HOW I LEARNED TO SELL AND MAKE DEALS, 1950-1958
Memoir of a Merchant Man
by William L. McGee with Sandra V. McGee
BMC Publications, 2019
102 pp, 26 B/W photographs & illustrations
Paperback 6″ x 9″, $19.95; Kindle $5.99
“Bill, how would you like to make more money in a month selling Willys Jeeps than I bet you make in a year of cowboying?”
In his fifth memoir, award-winning author William L. McGee recounts the chance meeting at a cocktail party in 1950 that changed the course of his life from cowboying in the West to becoming an importer and executive in the competitive world trade business. Or as McGee likes to say…a transition from Levis and boots to Brooks Brothers suits.
As the saying goes, life happens when you’re making other plans.
Written in his signature spare and straightforward style, McGee shares how he discovered his talent for sales and the early lessons he learned to be successful in selling and deal-making…lessons he would never forget in his 8-year career in world trade followed by his 32-year career in the entertainment business.
William L. McGee’s writing career spans more than six decades. He has written 22 nonfiction books, 9 with his co-author/wife Sandra V. McGee. In addition to a series of memoirs, McGee has written 5 World War II military histories. In 2018, “THE SOLOMONS CAMPAIGNS, 1942-1943” won the Military Writers Society of America Silver Medal Award for History.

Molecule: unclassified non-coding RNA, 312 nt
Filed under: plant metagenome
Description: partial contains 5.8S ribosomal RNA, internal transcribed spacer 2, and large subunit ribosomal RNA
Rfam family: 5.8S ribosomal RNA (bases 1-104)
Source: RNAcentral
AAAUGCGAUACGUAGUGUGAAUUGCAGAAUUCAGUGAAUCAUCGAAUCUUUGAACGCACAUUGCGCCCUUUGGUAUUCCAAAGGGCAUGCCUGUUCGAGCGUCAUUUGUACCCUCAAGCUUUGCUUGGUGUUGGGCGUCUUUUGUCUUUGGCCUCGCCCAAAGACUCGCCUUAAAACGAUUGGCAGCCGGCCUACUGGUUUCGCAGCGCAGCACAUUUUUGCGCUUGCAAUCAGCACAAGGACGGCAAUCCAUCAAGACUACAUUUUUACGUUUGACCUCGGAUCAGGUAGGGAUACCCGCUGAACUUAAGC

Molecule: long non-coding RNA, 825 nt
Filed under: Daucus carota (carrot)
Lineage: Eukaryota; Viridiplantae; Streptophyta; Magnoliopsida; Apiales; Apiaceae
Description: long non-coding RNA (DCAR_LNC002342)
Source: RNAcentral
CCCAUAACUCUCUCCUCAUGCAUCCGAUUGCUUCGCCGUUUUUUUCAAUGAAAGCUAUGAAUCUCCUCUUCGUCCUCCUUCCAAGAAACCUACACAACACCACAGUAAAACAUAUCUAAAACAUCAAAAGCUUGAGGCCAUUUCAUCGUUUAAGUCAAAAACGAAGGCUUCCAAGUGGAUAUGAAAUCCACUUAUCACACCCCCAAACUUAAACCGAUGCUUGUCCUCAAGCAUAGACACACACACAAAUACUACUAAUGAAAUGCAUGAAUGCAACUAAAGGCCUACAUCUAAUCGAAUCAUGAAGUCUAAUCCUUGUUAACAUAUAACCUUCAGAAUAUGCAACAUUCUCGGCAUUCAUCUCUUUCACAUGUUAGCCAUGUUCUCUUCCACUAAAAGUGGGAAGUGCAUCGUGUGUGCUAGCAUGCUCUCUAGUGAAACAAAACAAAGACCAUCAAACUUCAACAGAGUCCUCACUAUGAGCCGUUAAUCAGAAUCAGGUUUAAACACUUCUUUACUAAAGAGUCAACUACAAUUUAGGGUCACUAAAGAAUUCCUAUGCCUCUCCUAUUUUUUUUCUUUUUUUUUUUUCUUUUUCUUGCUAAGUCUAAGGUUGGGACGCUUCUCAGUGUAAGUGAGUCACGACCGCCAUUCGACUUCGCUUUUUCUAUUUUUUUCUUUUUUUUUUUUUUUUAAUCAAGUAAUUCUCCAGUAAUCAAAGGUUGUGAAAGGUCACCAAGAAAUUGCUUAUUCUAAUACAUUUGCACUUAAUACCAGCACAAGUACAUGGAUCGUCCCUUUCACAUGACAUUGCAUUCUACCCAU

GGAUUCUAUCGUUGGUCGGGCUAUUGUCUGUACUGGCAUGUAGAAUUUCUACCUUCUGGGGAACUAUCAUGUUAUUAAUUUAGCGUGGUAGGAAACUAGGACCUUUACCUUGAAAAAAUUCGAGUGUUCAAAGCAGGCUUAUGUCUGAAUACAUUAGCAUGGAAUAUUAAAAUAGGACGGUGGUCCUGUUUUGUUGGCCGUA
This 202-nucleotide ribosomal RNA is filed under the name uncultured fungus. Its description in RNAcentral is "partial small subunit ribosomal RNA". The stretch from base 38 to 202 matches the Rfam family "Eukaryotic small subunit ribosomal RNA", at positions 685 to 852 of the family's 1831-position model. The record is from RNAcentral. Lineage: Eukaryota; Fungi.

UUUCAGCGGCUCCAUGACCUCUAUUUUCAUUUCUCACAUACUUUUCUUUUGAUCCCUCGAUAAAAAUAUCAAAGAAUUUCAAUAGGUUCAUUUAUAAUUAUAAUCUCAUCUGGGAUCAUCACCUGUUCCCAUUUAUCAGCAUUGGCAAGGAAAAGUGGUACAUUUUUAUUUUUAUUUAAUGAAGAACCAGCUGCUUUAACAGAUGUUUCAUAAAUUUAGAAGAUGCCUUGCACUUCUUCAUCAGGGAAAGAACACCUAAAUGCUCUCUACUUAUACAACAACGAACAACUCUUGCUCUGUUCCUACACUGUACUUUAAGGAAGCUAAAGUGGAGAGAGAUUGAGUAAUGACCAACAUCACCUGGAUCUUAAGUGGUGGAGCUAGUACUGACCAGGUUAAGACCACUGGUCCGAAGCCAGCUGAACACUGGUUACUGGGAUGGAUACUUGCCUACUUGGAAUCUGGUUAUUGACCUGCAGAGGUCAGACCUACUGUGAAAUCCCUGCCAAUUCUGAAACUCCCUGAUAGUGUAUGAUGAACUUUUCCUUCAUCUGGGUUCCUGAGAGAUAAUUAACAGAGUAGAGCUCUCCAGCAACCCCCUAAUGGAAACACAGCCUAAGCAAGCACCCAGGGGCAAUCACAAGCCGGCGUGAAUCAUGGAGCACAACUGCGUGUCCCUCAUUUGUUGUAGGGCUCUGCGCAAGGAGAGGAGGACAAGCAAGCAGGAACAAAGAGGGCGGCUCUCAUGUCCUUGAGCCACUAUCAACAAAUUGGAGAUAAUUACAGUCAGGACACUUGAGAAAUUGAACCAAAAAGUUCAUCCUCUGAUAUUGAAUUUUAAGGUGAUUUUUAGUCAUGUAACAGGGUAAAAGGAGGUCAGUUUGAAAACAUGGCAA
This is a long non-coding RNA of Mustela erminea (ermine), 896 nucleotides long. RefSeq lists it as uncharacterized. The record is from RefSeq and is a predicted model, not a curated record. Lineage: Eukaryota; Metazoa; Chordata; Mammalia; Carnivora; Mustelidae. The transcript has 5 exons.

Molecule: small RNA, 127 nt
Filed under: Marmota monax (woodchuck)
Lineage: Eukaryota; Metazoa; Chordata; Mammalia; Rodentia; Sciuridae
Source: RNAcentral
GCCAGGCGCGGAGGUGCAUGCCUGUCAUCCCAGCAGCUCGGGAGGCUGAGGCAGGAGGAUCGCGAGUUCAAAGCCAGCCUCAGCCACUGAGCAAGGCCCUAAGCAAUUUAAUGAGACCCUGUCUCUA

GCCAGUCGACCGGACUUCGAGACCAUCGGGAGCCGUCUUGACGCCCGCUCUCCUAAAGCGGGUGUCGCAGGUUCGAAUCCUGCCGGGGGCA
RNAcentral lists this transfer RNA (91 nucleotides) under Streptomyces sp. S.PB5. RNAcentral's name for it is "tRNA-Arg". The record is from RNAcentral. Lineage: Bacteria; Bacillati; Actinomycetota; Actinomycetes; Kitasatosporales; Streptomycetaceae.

Other memoirs by William L. McGee:
MONTANA MEMOIR: 1925–1942: The Hardscrabble Years
BLUEJACKET ODYSSEY, 1942-1946: Guadalcanal to Bikini
OPERATION CROSSROADS, LEST WE FORGET! 1946
THE DIVORCE SEEKERS: A Photo Memoir of a Nevada Dude Wrangler, 1947-1949
THE BROADCASTING YEARS, 1958-1989: Memoir of a Television Pioneer
AUTHOR, PUBLISHER, MARKETING MAN, 1990-2015 (In the chute for 2020)
“Bill McGee is no armchair historian. He’s lived what he writes about whether it’s joining the Navy in ’42 at age seventeen simply to get into the fight, or cowboying in the West in the postwar ’40s, or working in broadcasting in the early days of 1950s and ’60s television.”
—Barnaby Conrad, founder of the Santa Barbara Writers Conference
“Though too young to have experienced an era firsthand, Sandra McGee immerses herself in the subject and captures in her writing the essence of the time.”
—Charles Champlin, former film critic and arts editor of The Los Angeles Times